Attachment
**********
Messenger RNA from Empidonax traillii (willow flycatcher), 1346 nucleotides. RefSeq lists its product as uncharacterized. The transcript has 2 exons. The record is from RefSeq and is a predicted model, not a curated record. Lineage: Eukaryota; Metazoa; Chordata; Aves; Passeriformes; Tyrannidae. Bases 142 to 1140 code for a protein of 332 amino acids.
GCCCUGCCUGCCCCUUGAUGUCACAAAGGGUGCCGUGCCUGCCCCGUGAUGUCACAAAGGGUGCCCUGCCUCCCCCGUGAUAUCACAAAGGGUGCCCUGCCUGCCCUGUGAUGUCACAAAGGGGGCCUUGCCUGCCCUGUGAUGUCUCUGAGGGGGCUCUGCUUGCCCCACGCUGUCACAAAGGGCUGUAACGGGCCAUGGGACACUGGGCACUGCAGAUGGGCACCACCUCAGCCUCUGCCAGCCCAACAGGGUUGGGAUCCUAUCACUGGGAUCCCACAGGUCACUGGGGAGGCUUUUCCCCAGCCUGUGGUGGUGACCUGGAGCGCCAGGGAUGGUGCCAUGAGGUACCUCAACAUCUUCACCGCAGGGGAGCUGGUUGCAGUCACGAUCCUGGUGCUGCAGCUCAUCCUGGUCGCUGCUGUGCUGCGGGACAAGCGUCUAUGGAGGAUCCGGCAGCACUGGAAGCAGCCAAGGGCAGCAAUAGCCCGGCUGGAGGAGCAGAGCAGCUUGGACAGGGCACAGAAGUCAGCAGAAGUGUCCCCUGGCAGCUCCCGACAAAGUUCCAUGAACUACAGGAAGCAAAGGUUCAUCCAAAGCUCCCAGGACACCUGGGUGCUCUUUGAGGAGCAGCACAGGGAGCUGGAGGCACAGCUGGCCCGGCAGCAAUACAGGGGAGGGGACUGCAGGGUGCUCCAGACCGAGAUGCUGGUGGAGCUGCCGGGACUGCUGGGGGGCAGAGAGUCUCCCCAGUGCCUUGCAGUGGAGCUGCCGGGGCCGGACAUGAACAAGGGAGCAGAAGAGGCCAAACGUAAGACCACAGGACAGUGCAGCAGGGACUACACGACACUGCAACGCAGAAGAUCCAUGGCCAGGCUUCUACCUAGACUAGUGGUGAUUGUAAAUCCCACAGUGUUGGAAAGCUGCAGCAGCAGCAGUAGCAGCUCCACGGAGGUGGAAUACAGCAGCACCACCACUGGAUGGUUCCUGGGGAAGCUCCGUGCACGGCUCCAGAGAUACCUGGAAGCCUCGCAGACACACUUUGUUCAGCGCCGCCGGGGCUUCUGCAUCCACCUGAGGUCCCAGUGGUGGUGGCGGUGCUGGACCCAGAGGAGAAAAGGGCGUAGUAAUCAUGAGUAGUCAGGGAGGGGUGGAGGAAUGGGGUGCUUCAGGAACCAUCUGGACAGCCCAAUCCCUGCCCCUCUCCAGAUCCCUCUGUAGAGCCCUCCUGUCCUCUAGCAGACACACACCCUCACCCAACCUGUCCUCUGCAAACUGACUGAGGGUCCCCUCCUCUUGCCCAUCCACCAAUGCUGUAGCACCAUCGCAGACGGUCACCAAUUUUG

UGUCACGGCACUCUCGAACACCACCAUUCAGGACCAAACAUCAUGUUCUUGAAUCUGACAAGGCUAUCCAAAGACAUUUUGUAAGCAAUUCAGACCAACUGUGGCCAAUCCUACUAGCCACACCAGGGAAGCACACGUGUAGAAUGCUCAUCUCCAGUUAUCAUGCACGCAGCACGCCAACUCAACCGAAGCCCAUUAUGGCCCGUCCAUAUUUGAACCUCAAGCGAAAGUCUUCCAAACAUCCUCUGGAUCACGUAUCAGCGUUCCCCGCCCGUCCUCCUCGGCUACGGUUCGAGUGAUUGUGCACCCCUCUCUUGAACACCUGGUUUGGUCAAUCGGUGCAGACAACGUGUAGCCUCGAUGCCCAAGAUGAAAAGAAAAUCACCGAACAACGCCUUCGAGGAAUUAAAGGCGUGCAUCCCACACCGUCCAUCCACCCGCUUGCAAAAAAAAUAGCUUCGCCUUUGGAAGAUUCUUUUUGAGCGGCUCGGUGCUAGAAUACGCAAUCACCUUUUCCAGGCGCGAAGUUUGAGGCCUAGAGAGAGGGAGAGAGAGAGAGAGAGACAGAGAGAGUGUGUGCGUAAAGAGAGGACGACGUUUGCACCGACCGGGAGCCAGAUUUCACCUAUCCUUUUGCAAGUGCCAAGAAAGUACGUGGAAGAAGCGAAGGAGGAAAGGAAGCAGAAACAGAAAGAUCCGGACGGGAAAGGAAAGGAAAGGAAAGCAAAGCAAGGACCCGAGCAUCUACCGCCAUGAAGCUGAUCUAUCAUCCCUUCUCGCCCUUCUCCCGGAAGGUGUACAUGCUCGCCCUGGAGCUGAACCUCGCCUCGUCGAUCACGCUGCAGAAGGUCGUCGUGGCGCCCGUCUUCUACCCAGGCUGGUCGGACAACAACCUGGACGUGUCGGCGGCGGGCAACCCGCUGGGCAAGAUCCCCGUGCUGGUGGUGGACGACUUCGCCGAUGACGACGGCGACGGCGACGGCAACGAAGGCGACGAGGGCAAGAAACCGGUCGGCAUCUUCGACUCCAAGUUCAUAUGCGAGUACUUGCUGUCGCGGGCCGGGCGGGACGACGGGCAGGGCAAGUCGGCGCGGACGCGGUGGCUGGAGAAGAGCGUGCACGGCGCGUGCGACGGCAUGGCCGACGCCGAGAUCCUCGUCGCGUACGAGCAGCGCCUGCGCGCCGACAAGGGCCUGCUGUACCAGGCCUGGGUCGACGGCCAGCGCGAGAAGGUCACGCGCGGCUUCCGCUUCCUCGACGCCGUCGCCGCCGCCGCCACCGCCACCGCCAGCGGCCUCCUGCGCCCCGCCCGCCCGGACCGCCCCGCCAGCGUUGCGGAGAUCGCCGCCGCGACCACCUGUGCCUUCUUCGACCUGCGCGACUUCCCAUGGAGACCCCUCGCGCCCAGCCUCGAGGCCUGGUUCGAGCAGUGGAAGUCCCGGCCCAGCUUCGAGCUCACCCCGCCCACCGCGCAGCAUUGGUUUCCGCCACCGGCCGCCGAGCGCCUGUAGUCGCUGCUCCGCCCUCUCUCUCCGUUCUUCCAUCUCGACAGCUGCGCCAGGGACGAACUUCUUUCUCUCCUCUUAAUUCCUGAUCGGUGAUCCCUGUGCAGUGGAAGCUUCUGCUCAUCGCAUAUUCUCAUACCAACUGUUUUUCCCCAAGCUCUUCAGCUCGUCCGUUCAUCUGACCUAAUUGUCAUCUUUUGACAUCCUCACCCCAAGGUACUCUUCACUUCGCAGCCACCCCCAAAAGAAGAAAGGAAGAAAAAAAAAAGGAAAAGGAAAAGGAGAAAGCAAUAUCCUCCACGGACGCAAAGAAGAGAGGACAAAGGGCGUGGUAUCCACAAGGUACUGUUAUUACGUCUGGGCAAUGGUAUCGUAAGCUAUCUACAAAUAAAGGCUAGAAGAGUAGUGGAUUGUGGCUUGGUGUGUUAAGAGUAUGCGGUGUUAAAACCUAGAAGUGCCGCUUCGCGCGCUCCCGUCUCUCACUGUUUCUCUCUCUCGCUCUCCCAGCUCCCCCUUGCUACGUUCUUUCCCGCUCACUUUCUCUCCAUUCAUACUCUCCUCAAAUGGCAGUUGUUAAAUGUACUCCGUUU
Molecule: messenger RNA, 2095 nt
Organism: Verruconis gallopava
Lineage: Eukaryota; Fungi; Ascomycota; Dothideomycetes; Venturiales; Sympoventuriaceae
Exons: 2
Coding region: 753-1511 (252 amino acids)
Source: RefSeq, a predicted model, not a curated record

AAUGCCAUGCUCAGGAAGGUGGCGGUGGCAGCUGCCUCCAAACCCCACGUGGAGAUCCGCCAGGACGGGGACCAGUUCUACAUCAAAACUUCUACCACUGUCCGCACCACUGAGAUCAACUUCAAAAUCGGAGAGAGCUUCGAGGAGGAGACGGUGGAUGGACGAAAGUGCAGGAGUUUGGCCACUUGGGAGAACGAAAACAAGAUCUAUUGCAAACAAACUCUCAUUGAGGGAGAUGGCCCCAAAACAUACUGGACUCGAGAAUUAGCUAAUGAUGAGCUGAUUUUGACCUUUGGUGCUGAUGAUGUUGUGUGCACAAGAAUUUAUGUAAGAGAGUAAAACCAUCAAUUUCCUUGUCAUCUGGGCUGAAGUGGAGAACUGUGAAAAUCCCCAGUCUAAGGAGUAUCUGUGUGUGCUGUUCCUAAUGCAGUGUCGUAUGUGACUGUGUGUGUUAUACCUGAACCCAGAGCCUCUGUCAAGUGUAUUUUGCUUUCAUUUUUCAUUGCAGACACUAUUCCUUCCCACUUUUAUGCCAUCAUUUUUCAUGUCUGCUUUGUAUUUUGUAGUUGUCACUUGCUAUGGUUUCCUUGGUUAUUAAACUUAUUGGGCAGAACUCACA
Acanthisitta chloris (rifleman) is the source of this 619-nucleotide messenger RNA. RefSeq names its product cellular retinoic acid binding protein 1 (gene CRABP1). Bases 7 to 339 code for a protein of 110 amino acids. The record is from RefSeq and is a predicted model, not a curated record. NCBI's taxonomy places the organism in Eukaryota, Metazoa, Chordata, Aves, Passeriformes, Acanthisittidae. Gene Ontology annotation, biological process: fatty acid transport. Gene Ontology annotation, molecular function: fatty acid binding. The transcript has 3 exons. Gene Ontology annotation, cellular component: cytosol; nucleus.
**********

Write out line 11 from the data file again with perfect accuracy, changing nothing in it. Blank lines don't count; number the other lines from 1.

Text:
Acanthisitta chloris (rifleman) is the source of this 619-nucleotide messenger RNA. RefSeq names its product cellular retinoic acid binding protein 1 (gene CRABP1). Bases 7 to 339 code for a protein of 110 amino acids. The record is from RefSeq and is a predicted model, not a curated record. NCBI's taxonomy places the organism in Eukaryota, Metazoa, Chordata, Aves, Passeriformes, Acanthisittidae. Gene Ontology annotation, biological process: fatty acid transport. Gene Ontology annotation, molecular function: fatty acid binding. The transcript has 3 exons. Gene Ontology annotation, cellular component: cytosol; nucleus.